Very briefly, I suggested that the problem with Labour enlarging the public sector in order to buy votes could be solved by disenfranchising the public sector. They could have a different voting system put in place – to give them the sense of having a voice – but not allowing them to pariticipate in national elections. In other words, all the people in toy jobs could have toy votes. The same goes for all the people on the benefits system – excepting pensioners, who presumably worked all their lives to get a pension. But the unemployed and those on disability benefit should have no say in who decides how much money they’re to be given from the wealth producers. Only the wealth producers (and pensioners) should have that right.

    As I have said before, I would include our armed services in the voting sector because of the undeniable benefits they bring to our country. Perhaps the emergency services – anyway, that’s fine-tuning.

    It may be too radical even for discussion, but those who benefit the most should not be able to vote themselves rises from the purse of the wealth producers. And that is all that the public purse is – money paid in by people who contribute to the economy by producing wealth.

    They could participate in local and “European” (snigger) elections, but not national elections.

  • esbonio

    It is a disgrace the way public money has been thrown around creating unproductive non-jobs. One would have to be naive beyond belief to think this was simple Keynesian job creation and nothing more. But Labour have ruthlessly preferred their own advantage in many ways. Of course when the Tories in power acted in what was seen as a party political manner there was a hue and cry from Labour and the broadcast media. Somehow our new Tories seem to think the answer now is to say thank you sir, can I have some more!

  • Interesting to see the link about the tube strike threatened for the New Year. The New York strike around Christmas touched a nerve among commuters that the public employees’ union is unlikely ever to forget. I was amazed at some of the comments on this blog, among many others. And New York is a Democratic state! Public employees are playing with fire. Let’s hope some of it spreads across the Atlantic.

  • veryretired

    When John Galt was offered the post of “Economic Czar” by the utterly clueless Mr Thompson, his first dictate was “abolish all taxes”. The respnse was, “But then we couldn’t pay government employees.”

    The next dictat was, “Fire all government employees.” If you recall, the response to that was “Oh, but that’s politics, not economics.”

    Rand’s point was just what we’re talking about now. Continously enlarging the state’s workforce is entirely political, and economic consequences be damned.

    I once read a description of the “War on Poverty” monstrosity as “the greatest make work, middle-class employment program in history.”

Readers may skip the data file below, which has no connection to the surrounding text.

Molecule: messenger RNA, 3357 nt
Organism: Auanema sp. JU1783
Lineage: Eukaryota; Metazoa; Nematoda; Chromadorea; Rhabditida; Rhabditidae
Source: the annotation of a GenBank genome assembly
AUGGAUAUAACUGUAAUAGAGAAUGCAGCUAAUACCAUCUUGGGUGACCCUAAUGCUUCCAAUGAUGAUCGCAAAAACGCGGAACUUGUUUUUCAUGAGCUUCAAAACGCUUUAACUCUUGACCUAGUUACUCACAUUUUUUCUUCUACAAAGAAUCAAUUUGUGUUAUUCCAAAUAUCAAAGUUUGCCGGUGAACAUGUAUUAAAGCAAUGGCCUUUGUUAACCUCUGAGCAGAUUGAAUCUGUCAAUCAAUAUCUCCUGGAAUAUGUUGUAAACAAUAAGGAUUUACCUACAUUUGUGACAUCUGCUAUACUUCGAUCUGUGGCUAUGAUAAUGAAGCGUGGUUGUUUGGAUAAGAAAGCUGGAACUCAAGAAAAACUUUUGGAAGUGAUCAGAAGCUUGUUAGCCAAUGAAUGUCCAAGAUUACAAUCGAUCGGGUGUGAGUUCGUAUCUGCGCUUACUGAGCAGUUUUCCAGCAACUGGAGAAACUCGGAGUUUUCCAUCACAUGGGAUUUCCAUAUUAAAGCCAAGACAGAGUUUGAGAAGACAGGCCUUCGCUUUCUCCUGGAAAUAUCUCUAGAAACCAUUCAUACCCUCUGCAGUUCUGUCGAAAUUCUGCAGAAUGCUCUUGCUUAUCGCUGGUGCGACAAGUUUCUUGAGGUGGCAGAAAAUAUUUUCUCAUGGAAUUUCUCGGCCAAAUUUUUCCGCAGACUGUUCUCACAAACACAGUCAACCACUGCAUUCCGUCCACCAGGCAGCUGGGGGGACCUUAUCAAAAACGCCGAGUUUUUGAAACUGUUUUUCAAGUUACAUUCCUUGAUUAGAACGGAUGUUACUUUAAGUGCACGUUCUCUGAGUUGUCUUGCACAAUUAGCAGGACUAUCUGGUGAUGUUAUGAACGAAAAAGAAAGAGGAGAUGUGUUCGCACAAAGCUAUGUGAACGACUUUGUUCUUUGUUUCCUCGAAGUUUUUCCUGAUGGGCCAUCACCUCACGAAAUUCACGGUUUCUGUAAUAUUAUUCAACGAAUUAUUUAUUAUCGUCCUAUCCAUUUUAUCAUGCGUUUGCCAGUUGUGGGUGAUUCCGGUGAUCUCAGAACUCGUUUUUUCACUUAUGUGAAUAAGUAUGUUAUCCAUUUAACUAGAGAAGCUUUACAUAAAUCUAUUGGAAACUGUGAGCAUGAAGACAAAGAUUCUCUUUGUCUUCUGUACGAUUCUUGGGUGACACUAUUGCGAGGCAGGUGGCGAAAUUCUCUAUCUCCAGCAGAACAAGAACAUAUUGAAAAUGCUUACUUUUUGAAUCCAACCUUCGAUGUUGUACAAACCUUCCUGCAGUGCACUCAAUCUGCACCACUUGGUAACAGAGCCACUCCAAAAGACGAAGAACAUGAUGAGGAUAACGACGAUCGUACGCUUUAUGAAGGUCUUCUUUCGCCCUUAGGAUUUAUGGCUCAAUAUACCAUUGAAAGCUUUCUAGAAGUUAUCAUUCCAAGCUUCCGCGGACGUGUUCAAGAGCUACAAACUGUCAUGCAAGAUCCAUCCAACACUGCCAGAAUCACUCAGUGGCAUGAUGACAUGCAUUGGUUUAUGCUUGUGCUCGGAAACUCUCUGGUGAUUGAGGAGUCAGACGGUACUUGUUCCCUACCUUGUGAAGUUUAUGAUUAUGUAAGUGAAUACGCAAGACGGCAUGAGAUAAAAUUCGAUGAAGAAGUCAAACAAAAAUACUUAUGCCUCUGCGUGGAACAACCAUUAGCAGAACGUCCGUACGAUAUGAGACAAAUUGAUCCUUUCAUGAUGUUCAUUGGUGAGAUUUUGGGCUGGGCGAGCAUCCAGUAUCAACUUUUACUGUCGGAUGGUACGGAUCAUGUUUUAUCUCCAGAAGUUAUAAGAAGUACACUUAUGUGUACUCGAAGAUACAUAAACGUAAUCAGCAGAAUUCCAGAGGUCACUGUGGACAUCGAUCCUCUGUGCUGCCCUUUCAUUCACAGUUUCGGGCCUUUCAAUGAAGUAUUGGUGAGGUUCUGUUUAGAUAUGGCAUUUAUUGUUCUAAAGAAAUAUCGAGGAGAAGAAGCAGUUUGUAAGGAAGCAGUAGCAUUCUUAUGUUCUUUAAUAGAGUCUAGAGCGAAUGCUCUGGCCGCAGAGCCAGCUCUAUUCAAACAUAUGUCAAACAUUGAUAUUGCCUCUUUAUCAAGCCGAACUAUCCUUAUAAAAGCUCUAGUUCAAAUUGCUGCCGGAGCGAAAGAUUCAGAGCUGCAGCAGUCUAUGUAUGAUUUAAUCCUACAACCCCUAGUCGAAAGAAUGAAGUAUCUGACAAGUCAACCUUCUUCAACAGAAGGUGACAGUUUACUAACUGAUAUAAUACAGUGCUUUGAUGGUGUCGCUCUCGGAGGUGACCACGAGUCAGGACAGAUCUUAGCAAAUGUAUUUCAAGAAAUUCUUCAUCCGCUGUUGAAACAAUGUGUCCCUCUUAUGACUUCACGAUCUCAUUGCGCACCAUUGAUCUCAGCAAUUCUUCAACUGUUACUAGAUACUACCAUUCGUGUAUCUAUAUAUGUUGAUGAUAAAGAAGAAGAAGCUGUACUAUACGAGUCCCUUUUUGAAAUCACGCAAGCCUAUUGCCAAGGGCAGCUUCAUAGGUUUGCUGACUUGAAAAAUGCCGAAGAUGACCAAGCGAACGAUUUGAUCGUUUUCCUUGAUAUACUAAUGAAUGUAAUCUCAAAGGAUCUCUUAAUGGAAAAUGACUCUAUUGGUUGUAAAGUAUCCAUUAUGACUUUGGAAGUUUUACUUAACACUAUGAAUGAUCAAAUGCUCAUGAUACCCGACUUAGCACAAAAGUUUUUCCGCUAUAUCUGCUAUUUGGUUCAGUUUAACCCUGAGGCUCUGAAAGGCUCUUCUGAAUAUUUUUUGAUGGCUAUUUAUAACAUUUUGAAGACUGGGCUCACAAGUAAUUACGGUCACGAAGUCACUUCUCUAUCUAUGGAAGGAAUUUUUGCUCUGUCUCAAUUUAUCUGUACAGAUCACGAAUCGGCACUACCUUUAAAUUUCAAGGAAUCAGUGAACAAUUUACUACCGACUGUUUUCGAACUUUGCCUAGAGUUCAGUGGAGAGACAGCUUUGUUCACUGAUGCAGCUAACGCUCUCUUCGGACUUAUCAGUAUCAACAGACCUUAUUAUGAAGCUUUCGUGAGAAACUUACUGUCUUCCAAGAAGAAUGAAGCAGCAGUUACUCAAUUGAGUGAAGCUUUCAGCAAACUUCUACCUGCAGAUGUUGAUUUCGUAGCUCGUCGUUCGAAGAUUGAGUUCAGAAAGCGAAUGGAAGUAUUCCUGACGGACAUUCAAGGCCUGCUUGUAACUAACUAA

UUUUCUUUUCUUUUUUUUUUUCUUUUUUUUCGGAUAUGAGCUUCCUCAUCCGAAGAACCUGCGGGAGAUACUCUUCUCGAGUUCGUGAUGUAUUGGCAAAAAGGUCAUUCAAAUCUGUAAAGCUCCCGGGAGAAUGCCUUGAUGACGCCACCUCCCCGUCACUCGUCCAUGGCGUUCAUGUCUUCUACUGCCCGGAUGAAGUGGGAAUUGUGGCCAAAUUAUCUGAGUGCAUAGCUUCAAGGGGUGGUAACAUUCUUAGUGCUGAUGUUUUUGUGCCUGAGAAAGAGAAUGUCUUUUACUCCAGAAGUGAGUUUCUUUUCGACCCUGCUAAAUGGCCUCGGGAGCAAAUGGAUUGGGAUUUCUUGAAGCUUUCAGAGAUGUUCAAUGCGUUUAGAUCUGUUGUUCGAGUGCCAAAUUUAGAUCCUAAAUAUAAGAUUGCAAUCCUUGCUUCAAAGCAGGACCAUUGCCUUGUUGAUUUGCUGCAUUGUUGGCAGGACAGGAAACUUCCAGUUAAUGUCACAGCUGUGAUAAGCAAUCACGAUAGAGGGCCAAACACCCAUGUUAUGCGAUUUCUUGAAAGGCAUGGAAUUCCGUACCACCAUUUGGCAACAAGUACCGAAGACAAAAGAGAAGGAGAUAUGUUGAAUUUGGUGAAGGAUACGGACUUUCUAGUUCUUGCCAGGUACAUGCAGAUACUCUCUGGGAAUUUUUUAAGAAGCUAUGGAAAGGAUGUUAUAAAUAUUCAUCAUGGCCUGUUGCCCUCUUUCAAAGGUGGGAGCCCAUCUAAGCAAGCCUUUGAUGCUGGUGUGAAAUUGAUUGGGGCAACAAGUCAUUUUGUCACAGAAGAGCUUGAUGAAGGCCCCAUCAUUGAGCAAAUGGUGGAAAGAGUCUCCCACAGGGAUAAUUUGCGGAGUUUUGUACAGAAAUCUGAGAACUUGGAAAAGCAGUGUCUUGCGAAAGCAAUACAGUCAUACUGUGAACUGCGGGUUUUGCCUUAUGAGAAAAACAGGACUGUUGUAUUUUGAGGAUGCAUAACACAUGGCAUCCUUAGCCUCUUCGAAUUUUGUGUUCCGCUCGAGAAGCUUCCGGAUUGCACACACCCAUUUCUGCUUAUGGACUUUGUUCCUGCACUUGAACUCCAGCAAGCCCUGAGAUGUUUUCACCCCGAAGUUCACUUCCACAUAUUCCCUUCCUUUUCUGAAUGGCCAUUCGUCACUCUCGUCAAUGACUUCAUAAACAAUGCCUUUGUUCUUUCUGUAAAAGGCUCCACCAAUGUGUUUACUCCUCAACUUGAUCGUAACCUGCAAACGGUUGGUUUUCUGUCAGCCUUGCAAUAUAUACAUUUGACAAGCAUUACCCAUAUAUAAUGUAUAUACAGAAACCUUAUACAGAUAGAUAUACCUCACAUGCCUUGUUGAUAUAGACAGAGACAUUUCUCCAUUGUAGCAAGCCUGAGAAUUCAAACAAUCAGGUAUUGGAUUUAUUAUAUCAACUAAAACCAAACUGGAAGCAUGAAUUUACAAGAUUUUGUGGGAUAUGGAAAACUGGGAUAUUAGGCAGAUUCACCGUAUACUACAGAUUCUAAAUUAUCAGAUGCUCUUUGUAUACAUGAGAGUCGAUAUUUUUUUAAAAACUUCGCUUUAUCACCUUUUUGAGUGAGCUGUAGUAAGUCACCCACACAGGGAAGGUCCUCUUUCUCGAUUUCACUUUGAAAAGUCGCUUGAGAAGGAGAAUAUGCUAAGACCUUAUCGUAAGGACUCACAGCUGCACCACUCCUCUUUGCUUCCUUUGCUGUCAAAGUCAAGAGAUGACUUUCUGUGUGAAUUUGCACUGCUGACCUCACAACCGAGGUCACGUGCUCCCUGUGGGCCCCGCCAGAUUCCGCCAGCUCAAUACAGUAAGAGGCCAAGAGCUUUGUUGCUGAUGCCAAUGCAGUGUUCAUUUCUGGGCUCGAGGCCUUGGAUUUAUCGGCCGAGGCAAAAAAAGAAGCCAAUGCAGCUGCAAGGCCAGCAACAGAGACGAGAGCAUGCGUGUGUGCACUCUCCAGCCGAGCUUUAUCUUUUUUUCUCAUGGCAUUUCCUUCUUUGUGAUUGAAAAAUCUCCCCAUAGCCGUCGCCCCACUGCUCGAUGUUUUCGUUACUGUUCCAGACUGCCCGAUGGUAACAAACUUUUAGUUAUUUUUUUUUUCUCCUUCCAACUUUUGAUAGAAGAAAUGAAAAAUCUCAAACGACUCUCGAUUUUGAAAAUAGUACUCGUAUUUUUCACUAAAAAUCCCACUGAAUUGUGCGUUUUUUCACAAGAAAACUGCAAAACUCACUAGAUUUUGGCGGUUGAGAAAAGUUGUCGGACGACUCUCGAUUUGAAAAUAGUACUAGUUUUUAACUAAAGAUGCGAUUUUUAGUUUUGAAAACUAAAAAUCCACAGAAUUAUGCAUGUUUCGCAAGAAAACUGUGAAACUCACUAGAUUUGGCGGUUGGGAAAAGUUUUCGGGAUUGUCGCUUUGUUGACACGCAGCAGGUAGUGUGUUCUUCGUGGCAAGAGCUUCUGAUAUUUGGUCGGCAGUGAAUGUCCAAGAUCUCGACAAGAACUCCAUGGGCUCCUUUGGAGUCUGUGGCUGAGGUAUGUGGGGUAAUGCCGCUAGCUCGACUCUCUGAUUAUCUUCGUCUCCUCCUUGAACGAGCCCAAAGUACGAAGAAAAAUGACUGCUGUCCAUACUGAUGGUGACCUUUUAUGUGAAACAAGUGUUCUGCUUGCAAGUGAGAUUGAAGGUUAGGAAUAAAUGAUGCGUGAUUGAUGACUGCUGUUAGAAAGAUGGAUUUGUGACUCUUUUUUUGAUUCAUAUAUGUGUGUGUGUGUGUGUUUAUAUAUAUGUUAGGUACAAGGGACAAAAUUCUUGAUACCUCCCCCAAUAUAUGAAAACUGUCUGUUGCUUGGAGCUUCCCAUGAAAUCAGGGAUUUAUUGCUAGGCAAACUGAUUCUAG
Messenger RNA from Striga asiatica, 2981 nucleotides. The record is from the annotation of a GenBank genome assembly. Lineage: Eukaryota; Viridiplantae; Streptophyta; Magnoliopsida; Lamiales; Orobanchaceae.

Regardless of the rhetoric, that has always been the one and only point.

  • RAB

    Yes I thought it might be something like that Brian.
    I am slapping my own wrist as we speak.
    I shall speak until spoken to, as it were.
    Right! get on with it.
    I’ll be back after dinner to see how you’re getting along.

  • Hank Scorpio

    The link to the transit strike was interesting. What most jumped out at me was the 35 hour work week.

    In the shop I work at we have a term for someone who works 35 hours a week; part-timer. I may work long hours (approximately 65-70 a week), but I’m certainly not an anomaly here in the US, long hours seem to be bred into our bones.

    Were my transportation and ability to earn a living compromised by a motley crew of lazy ass, government-paid parasites (in New York or London) you can be sure that I’d insist my mayor fire the lot of ’em. And if he didn’t I’d cast my vote to fire him.

  • HJHJ

    My first post in quite a long time due to various other pressures…

    I have commented before on the impracticality of Verity’s proposal on voting. She forgets, for example, when she proposes to exclude the unemployed from voting that many get little or no government benefits (especially if they have a working spouse). Furthermore, many of the unemployed are created as a consequence of government policy – for example the 3G licence tax shut down practically the whole of the wireless infrastructure development industry in this country. The comparatively high interest rates and taxes created by the rising cost of the public sector has thrown many people in private industry (i.e. those that have to compete with overseas competitors) out of work (I found out just before Christmas that the entire engineering team at a former employer of mine have recently been made redundant. Given that the electronics industry in the UK has shrunk more than in any other country, their prospects of finding work in the near future are low). These sort of people have the right to vote against the government that bears a large part of the responsibility for this, whilst claiming some sort of economic miracle.